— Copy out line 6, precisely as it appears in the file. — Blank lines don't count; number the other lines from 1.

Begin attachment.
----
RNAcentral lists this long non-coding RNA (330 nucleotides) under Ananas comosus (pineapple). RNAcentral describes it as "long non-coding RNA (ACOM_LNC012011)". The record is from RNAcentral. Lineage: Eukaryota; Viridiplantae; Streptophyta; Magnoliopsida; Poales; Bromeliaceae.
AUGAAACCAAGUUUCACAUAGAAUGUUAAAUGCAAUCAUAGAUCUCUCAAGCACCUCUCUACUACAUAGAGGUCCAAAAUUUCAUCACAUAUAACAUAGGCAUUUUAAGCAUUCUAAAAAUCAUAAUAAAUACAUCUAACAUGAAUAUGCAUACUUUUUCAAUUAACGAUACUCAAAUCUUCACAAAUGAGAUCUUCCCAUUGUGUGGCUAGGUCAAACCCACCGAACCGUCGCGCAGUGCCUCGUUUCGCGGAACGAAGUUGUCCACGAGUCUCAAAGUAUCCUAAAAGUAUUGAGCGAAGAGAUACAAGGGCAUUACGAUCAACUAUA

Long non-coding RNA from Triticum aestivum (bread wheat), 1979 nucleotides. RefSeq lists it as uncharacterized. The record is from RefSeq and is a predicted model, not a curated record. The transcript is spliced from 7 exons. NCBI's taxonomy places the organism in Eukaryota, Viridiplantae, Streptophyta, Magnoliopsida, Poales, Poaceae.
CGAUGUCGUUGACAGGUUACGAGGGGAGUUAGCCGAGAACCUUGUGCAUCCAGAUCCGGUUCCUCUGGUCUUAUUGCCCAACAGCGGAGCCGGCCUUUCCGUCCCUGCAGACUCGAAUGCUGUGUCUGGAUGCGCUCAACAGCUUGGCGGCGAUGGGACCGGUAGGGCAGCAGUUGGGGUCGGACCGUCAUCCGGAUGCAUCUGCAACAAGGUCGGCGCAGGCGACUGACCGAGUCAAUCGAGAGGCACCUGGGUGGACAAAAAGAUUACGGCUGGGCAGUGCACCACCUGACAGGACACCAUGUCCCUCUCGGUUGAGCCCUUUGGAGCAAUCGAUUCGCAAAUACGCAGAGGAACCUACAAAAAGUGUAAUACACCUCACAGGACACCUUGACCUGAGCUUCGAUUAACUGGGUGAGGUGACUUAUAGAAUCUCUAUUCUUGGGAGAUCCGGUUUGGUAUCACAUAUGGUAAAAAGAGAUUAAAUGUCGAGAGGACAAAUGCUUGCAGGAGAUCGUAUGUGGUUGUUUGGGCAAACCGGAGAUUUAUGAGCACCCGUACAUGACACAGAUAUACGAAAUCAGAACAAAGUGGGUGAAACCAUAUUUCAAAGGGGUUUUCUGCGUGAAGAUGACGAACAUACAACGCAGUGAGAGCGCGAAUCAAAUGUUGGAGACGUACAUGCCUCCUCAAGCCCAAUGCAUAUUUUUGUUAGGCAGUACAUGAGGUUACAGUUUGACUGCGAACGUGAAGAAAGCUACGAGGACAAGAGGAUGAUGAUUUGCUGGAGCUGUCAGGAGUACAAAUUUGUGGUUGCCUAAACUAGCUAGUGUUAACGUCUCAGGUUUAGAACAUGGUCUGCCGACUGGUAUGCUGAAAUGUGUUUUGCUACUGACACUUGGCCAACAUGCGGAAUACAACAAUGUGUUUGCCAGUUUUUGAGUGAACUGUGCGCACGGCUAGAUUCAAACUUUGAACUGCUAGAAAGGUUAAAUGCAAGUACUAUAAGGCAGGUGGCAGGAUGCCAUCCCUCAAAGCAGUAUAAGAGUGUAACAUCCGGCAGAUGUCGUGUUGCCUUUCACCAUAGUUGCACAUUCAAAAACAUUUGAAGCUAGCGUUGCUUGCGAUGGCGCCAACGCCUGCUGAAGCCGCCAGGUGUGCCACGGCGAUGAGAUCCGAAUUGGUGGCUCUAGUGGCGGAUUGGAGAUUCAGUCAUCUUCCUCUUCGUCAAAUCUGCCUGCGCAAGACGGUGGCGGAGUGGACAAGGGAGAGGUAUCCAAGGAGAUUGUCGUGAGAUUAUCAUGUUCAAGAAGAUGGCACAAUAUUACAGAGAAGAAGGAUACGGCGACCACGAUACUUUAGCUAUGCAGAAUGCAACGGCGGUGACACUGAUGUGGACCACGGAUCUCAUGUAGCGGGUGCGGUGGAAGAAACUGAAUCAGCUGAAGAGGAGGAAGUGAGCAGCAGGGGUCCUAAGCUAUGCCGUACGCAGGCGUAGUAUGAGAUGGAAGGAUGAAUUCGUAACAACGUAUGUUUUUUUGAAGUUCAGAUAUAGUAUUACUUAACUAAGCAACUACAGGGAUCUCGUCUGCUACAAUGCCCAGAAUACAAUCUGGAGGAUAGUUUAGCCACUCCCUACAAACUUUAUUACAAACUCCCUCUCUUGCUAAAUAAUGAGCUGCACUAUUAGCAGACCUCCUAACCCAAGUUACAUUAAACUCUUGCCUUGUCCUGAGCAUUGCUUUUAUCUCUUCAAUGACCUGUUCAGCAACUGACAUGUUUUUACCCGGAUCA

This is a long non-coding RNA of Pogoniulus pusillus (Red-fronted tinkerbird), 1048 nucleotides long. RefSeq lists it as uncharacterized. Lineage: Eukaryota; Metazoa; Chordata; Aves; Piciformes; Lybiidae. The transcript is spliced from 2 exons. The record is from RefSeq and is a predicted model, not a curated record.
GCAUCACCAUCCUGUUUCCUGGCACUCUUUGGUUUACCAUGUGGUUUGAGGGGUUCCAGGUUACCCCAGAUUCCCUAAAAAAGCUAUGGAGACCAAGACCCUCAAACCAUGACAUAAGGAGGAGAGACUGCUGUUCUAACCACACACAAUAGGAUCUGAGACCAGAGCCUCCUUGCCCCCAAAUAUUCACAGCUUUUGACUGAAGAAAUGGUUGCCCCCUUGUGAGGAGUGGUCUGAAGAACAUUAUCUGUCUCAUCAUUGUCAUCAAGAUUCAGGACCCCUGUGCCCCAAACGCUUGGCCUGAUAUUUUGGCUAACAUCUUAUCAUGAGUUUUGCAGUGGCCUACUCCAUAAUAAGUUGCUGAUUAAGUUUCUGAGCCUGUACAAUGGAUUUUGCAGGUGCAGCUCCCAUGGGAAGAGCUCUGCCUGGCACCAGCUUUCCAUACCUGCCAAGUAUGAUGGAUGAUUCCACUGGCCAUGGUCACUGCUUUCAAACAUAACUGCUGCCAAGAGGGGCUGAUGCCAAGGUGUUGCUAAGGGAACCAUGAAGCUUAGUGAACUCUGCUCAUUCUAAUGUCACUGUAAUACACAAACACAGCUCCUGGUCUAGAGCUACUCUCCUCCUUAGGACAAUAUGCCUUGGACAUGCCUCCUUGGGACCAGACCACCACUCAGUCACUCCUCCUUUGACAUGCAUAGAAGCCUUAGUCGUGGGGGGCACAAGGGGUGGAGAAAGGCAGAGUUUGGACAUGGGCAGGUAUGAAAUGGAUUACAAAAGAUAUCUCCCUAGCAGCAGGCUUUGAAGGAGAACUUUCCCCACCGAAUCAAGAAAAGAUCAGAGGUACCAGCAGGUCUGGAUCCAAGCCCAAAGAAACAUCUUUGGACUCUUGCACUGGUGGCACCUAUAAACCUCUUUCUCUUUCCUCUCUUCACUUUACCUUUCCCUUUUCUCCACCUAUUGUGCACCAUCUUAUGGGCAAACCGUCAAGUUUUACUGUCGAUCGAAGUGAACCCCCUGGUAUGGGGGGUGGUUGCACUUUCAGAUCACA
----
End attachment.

GCAUCACCAUCCUGUUUCCUGGCACUCUUUGGUUUACCAUGUGGUUUGAGGGGUUCCAGGUUACCCCAGAUUCCCUAAAAAAGCUAUGGAGACCAAGACCCUCAAACCAUGACAUAAGGAGGAGAGACUGCUGUUCUAACCACACACAAUAGGAUCUGAGACCAGAGCCUCCUUGCCCCCAAAUAUUCACAGCUUUUGACUGAAGAAAUGGUUGCCCCCUUGUGAGGAGUGGUCUGAAGAACAUUAUCUGUCUCAUCAUUGUCAUCAAGAUUCAGGACCCCUGUGCCCCAAACGCUUGGCCUGAUAUUUUGGCUAACAUCUUAUCAUGAGUUUUGCAGUGGCCUACUCCAUAAUAAGUUGCUGAUUAAGUUUCUGAGCCUGUACAAUGGAUUUUGCAGGUGCAGCUCCCAUGGGAAGAGCUCUGCCUGGCACCAGCUUUCCAUACCUGCCAAGUAUGAUGGAUGAUUCCACUGGCCAUGGUCACUGCUUUCAAACAUAACUGCUGCCAAGAGGGGCUGAUGCCAAGGUGUUGCUAAGGGAACCAUGAAGCUUAGUGAACUCUGCUCAUUCUAAUGUCACUGUAAUACACAAACACAGCUCCUGGUCUAGAGCUACUCUCCUCCUUAGGACAAUAUGCCUUGGACAUGCCUCCUUGGGACCAGACCACCACUCAGUCACUCCUCCUUUGACAUGCAUAGAAGCCUUAGUCGUGGGGGGCACAAGGGGUGGAGAAAGGCAGAGUUUGGACAUGGGCAGGUAUGAAAUGGAUUACAAAAGAUAUCUCCCUAGCAGCAGGCUUUGAAGGAGAACUUUCCCCACCGAAUCAAGAAAAGAUCAGAGGUACCAGCAGGUCUGGAUCCAAGCCCAAAGAAACAUCUUUGGACUCUUGCACUGGUGGCACCUAUAAACCUCUUUCUCUUUCCUCUCUUCACUUUACCUUUCCCUUUUCUCCACCUAUUGUGCACCAUCUUAUGGGCAAACCGUCAAGUUUUACUGUCGAUCGAAGUGAACCCCCUGGUAUGGGGGGUGGUUGCACUUUCAGAUCACA